Row houses have long been a staple in East Coast cities since early British settlement. But while other cities built these iconic row houses by the hundreds, Baltimore built them by the thousands.
Adaptability has been the key to survival for our city’s oldest house style. That’s why many residential redevelopment companies have kept busy remodeling them. While each row house is being restored on the inside, Sandtown Millworks is outside in the dumpster collecting hidden gems many construction workers are throwing away.
For a long time, lumber from vacant homes went to landfills, incinerators, or recycling facilities.
Now, companies like Sandtown Millworks salvage everything from the joists that hold up the floors to the roof boards from under the tar roof. They then haul the lumber to their woodshop in Baltimore and use it to build their unique furniture.
Each piece that Sandtown creates comes from a bit of history and a lot of labor. Simply popping out the nails can be a full-time gig in itself. Each board of wood can have about 50 nails in need of removal!
Sandtown also has worked with wood salvaged from some pretty well-known buildings including the Admiral’s Cup, a longtime Fells Point bar that reopened in 2012.
Pieces of furniture available include:
- Dining tables, benches, and sideboards
- Coffee and end tables
- TV, media, and storage consoles
- Desks and bookshelves
- Beds and bedroom furniture
- Barn doors
Demand for old-growth wood continues to grow, even as the supply remains locked in decades-old houses and factories scattered throughout Baltimore and other cities. Our city is even identifying houses that have reclaimable material and putting them under what’s called a deconstruction contract.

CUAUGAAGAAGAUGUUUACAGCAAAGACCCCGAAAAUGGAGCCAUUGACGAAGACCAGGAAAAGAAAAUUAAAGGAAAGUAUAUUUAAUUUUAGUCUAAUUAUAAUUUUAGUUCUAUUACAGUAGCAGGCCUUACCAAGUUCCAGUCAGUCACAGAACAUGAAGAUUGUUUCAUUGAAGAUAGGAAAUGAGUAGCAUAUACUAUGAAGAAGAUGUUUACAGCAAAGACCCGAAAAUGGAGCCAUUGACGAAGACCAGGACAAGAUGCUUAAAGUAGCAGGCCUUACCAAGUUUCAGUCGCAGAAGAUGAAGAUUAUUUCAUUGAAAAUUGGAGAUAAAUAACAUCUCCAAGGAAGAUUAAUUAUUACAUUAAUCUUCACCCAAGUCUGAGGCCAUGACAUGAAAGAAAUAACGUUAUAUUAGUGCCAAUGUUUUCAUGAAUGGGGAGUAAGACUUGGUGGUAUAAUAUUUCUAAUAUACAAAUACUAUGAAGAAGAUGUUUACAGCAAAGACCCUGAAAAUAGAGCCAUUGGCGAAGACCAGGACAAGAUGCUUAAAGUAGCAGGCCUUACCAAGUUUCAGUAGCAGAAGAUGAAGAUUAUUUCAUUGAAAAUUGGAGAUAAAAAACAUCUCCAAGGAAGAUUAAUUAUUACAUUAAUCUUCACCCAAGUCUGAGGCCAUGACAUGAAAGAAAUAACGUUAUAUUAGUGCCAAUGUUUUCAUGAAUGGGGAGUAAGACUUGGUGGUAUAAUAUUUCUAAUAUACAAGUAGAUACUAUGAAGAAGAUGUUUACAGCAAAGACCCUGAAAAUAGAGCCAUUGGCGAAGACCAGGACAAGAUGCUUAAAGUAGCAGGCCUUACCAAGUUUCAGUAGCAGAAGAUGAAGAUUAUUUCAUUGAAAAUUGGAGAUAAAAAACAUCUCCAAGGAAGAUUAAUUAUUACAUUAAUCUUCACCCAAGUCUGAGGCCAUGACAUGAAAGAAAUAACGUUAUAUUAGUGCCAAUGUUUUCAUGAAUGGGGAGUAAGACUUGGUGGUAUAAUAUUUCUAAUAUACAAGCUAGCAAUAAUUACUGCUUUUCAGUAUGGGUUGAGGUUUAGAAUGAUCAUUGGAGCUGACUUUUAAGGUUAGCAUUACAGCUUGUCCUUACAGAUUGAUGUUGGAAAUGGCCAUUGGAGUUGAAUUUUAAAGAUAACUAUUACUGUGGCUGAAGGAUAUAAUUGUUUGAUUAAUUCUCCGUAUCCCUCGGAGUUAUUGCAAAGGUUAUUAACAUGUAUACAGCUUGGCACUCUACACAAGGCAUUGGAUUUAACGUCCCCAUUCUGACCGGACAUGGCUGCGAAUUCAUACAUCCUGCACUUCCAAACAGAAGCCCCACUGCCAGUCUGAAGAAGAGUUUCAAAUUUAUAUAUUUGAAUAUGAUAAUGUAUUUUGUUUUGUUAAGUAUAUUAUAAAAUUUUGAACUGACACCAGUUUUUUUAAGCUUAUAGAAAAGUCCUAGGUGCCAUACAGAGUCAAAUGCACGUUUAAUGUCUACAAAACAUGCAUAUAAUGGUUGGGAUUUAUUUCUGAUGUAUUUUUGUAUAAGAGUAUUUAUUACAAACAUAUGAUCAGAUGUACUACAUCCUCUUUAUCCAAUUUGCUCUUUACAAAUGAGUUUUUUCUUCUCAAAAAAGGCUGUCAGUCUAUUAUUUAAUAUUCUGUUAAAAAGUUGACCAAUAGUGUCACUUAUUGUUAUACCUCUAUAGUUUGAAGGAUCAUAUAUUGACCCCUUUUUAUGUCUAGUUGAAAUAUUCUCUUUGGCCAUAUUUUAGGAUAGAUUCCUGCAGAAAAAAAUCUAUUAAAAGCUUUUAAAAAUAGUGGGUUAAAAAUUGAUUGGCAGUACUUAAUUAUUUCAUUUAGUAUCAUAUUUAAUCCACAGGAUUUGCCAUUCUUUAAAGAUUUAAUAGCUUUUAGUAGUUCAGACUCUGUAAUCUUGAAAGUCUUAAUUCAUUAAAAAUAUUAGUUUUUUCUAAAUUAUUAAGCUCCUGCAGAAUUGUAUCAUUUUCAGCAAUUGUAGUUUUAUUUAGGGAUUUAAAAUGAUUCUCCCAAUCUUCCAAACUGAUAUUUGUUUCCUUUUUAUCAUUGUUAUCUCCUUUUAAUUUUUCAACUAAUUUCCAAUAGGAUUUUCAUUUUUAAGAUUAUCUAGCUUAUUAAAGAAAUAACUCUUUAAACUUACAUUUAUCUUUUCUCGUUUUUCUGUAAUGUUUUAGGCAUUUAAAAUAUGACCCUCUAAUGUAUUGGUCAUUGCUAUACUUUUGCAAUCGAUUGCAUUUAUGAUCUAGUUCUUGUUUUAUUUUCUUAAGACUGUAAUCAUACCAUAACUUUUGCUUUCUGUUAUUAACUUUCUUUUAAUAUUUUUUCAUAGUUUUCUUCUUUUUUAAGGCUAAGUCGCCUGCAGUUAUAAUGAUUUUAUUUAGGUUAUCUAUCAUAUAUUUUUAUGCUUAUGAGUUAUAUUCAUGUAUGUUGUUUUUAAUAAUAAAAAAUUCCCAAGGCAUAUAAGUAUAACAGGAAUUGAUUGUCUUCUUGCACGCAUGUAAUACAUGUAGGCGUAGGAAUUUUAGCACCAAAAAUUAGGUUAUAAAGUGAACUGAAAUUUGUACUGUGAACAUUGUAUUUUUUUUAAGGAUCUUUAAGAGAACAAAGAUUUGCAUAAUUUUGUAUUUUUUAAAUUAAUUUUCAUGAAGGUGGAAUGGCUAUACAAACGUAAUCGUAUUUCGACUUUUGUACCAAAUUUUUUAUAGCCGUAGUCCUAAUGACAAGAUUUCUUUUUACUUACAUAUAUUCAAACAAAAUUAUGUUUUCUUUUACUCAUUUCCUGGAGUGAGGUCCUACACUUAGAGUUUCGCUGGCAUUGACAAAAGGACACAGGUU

In March 2014, Baltimore Housing awarded a contract to Humanim, a nonprofit workforce development organization, to dismantle several dozen houses and salvage the materials for reuse by taking apart the buildings piece by piece.
Yes, this deconstruction is more expensive and a bit slower than if you were to just simply knock down an old house, but in the long run this process does a lot of good. It creates more jobs. It’s better for the environment. And let’s be honest, it helps make some pretty cool furniture.
During the 18-month initiative, Humanim salvaged nearly 130,000 board feet of lumber from 126 buildings, said Jeff Carroll, vice president at Humanim.
“I’m pretty optimistic about the progress that has been made,” he said.
So if your home is begging for a feature piece with original nail holes, nicks, saw marks, and hundreds of years of history, make sure to check out the Sandtown website.